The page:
In WinForms, Form had a ClientSize property (inherited from Control), which returns the size of its client area, i.e., the area inside the title bar and window borders.

I'm not seeing anything similar in WPF: there's no ClientSize, ClientWidth, ClientHeight, GetClientSize(), or anything else that I can think to guess the name of.

How do I go about getting the client size of a WPF Window?

5 Answers 5


One way you could do it is to take the top most child element, cast this.Content to its type, and call .RenderSize on it, which will give you its size.

<Window x:Class="XML_Reader.Window1"
    Title="Window1" Height="400" Width="600" WindowStyle="SingleBorderWindow">
    <Grid VerticalAlignment="Stretch" HorizontalAlignment="Stretch">



as Trent said, ActualWidth and ActualHeight are also viable solutions. Basically easier methods of getting what I put above.

  • I'd also account for content margins.
    – username
    Nov 2, 2019 at 3:29
var h = ((Panel)Application.Current.MainWindow.Content).ActualHeight;
var w = ((Panel)Application.Current.MainWindow.Content).ActualWidth;
  • 1
    @WelshKing - Has the Loaded event fired? There won't be a size until the window has rendered.
    – Tristan
    Apr 17, 2013 at 19:02
  • I don't get why people keep posting this advice. The ActualWidth and ActualHeight are the exact same as my Width and Height variables, yet I know the client rect area is obviously smaller when I use win32 apis to check. Apr 2, 2022 at 19:50

One way to do it is with the code below. XAML:

<Window x:Class="WpfApplication1.Window1"
Title="Window1" Height="300" Width="300" Loaded="Window_Loaded">


using System.Windows;

using System.IO;
using System.Xml;
using System.Windows.Controls;

namespace WpfApplication1
    /// <summary>
    /// Interaction logic for Window1.xaml
    /// </summary>
    public partial class Window1 : Window
        public Window1()

        private void Window_Loaded(object sender, RoutedEventArgs e)
            double dWidth = -1;
            double dHeight = -1;
            FrameworkElement pnlClient = this.Content as FrameworkElement;
            if (pnlClient != null)
                dWidth = pnlClient.ActualWidth;
                dHeight = pnlClient.ActualHeight;

I used a Grid with VerticalAlignment=Top. As a result the Grid unfortunately didn't fill the parent Window anymore (which is its default behaviour, but the VerticalAligment property spoils it).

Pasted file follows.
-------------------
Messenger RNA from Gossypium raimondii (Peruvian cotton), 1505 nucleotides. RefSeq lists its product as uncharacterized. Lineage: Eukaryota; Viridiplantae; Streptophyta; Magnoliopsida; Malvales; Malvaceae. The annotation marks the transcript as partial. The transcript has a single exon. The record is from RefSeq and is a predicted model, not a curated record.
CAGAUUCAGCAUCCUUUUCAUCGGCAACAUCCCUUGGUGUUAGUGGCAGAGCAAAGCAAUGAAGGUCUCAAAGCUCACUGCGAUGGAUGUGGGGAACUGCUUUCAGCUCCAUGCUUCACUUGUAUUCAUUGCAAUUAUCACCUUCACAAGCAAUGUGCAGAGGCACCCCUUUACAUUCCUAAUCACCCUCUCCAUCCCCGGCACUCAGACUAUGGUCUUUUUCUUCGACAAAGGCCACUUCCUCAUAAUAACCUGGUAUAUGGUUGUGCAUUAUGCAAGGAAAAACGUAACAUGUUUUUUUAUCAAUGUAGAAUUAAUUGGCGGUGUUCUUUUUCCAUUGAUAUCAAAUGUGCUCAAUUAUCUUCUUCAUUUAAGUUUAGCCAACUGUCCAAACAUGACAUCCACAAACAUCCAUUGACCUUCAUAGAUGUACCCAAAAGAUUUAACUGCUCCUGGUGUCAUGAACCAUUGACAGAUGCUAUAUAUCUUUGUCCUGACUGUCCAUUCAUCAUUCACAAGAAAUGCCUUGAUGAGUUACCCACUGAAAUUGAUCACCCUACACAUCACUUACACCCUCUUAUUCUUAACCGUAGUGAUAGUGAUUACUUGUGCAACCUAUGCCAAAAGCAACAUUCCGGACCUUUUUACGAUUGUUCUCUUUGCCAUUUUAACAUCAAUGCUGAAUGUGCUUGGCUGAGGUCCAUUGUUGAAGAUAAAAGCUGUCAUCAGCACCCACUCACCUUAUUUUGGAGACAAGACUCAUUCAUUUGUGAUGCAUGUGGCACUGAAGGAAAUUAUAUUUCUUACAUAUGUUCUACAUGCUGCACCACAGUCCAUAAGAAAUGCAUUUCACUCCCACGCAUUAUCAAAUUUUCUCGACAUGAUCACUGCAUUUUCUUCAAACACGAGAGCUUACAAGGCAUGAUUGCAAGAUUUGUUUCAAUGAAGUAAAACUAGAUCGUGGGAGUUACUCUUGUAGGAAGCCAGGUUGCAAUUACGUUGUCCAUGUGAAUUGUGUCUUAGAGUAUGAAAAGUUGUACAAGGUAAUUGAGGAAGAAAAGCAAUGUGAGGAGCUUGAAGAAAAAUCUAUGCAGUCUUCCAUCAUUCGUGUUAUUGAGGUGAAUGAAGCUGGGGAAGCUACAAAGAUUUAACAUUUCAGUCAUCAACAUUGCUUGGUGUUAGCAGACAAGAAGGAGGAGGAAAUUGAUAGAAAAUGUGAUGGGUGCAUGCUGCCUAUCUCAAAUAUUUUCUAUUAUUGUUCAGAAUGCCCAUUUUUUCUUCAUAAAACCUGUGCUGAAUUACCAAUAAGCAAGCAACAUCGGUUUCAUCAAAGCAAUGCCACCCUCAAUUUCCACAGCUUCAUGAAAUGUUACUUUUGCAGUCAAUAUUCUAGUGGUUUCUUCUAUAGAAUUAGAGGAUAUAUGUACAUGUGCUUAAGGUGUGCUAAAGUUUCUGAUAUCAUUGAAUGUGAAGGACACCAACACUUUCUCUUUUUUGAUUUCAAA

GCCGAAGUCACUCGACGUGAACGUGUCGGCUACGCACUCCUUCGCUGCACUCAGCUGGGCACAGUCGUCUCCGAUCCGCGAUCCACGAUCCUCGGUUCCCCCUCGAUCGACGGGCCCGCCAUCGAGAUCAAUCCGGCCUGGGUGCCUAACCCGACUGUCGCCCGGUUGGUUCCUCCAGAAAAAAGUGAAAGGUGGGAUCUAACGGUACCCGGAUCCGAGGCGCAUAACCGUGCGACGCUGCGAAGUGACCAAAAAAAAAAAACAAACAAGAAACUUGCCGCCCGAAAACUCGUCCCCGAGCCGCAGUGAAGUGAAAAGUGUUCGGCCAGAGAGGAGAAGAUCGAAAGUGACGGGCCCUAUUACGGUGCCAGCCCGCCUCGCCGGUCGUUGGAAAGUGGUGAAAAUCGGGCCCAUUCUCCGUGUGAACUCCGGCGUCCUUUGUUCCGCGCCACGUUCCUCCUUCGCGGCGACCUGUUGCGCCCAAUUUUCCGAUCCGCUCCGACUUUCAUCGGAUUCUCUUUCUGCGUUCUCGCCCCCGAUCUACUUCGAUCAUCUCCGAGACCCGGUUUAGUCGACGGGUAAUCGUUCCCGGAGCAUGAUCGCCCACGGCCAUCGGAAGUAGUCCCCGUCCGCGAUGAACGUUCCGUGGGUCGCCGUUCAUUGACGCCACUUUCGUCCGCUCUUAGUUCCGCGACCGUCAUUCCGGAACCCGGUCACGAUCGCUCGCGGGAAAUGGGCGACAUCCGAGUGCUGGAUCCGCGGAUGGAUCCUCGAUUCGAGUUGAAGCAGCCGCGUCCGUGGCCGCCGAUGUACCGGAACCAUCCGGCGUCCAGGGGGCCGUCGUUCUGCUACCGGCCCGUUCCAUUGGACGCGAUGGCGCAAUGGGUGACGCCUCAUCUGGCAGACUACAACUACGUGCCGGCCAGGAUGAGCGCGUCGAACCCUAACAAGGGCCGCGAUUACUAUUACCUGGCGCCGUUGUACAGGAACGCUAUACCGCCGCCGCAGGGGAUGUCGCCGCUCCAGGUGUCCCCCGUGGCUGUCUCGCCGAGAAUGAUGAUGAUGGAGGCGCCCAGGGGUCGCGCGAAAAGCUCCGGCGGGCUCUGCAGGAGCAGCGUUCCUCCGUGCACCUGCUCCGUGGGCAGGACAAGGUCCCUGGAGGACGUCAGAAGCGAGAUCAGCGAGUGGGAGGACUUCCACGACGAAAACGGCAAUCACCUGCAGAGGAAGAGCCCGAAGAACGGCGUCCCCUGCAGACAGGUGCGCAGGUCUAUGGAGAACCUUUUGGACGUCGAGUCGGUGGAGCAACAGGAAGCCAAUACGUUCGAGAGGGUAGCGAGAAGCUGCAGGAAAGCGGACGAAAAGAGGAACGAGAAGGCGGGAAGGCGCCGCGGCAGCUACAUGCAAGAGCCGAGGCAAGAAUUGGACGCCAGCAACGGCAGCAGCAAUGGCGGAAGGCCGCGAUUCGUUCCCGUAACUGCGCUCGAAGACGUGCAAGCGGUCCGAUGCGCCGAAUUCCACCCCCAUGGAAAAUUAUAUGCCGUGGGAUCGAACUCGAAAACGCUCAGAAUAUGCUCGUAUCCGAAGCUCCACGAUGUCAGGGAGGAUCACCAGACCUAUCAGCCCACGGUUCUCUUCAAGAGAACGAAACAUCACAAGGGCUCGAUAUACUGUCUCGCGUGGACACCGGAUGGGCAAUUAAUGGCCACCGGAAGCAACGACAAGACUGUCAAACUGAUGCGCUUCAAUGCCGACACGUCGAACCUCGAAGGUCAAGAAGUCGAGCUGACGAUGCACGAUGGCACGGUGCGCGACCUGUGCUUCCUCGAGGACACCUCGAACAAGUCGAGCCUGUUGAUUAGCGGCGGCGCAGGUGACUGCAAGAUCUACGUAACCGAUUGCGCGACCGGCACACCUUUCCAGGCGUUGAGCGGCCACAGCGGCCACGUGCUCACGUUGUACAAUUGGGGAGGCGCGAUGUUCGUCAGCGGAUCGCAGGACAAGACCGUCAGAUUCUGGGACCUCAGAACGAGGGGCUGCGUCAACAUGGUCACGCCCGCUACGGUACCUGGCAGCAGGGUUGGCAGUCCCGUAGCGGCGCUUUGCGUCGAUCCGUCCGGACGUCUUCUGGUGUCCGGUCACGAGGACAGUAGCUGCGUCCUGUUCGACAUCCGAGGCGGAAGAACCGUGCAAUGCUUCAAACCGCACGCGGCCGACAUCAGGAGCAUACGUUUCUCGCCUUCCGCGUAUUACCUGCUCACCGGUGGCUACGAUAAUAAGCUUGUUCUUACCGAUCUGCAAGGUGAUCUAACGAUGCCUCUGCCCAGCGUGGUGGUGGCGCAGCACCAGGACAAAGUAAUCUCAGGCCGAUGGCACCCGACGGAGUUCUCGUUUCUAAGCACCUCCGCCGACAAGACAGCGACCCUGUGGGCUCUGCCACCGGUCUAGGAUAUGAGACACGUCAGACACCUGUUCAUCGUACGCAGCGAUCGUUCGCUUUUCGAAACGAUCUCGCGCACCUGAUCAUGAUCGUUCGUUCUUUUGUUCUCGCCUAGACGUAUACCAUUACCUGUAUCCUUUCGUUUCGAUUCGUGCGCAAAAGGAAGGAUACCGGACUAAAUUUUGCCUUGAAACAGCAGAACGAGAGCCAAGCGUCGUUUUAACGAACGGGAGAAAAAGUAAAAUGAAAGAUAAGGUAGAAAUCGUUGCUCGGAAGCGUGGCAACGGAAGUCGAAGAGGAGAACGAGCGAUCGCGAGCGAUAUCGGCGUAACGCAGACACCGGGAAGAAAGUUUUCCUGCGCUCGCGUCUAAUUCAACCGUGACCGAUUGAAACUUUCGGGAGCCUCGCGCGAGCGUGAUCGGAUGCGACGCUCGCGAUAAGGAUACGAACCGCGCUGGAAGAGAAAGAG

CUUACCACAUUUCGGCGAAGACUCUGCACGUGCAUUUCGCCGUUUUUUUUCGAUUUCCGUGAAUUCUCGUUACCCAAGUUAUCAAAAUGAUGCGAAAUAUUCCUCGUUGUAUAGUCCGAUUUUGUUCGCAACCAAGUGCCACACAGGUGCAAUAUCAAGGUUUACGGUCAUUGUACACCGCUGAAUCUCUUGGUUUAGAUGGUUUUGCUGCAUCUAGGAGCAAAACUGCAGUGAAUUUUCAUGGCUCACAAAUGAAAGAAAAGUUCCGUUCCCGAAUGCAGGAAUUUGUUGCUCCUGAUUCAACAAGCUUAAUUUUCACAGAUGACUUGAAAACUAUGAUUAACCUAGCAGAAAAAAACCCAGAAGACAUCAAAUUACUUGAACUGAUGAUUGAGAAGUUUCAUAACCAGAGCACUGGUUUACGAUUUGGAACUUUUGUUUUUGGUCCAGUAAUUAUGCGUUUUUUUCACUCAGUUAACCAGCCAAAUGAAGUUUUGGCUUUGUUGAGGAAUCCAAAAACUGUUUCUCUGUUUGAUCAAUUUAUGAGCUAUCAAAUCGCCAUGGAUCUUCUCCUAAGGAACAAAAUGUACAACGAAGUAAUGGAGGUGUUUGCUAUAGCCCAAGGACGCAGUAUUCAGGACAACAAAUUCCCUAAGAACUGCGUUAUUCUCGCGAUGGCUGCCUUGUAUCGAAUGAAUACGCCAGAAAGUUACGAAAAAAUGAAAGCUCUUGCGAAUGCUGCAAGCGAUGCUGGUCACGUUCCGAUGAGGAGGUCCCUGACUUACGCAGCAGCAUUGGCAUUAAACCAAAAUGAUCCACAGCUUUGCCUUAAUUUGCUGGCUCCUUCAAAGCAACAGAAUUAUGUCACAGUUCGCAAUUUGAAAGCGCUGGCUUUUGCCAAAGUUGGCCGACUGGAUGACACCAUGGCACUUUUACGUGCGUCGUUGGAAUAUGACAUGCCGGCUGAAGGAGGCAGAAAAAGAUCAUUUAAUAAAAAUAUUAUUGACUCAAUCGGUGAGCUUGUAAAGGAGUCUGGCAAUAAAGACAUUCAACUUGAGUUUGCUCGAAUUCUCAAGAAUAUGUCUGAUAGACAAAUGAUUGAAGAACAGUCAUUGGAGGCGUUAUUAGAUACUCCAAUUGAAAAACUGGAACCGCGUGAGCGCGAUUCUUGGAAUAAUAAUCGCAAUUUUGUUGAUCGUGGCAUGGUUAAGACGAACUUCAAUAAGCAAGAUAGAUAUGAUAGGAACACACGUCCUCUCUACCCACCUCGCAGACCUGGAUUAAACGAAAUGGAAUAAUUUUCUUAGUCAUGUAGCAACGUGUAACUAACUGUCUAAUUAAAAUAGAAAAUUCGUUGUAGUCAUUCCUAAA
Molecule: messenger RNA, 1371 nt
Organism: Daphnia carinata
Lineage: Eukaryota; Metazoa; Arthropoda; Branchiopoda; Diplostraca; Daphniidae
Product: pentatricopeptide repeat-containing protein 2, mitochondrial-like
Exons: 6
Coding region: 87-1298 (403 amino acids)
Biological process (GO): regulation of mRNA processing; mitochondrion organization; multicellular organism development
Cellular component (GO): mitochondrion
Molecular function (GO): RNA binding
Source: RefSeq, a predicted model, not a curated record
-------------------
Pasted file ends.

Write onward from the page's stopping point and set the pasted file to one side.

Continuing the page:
I solved it by putting an empty Border around the Grid. This border fills the complete content of the window, it has the same dimensions as the default border that a wpf window has anyways.

To get the Grid to fill the main window, I used the binding:
<Border BorderThickness="0" x:Name=Main> <Grid VerticalAlignment="Top" Height="{Binding ElementName=Main, Path=ActualHeight}"> ... </Grid> </Border>


All the suggested solutions are based on the idea to use the size of Windows.Content to know what is the actual size available within the window, like this:

var h = ((Panel)Application.Current.MainWindow.Content).ActualHeight;

This of course only works if Window.Content is not null. Which is a problem if you want to set Window.Content from your code and you already then need to know exactly how much space is available.

The other problem is that the above code only provides the available space once a first layout cycle has completed (i.e. in the Window_Loaded event). But what do you do if you need to know the available space during the first layout cycle, for example because you draw to the window during Windows.OnRender() ?

The first control in the visual tree of any Window is always a Border, even if Window.Content is null. Interestingly, Border.RenderSize has already a value, even when RenderSize.ActualSize might still be zero. I guess the reason is that the size of the Border does not depend on Window.Content, but only on the size of the window (unless, of course, if Window.SizeToContent is used).

I recommend to place your code into the Window.SizeChanged event. Because each time the Window size changes, your content needs to change too. You cannot use the size provided in the event parameters, which gives you the size of the complete window, but you can get the the available size within the window like this:

var h = ((Border)GetVisualChild(0)).RenderSize.Height;

You can use that line of code also if you override Windows.OnRender().

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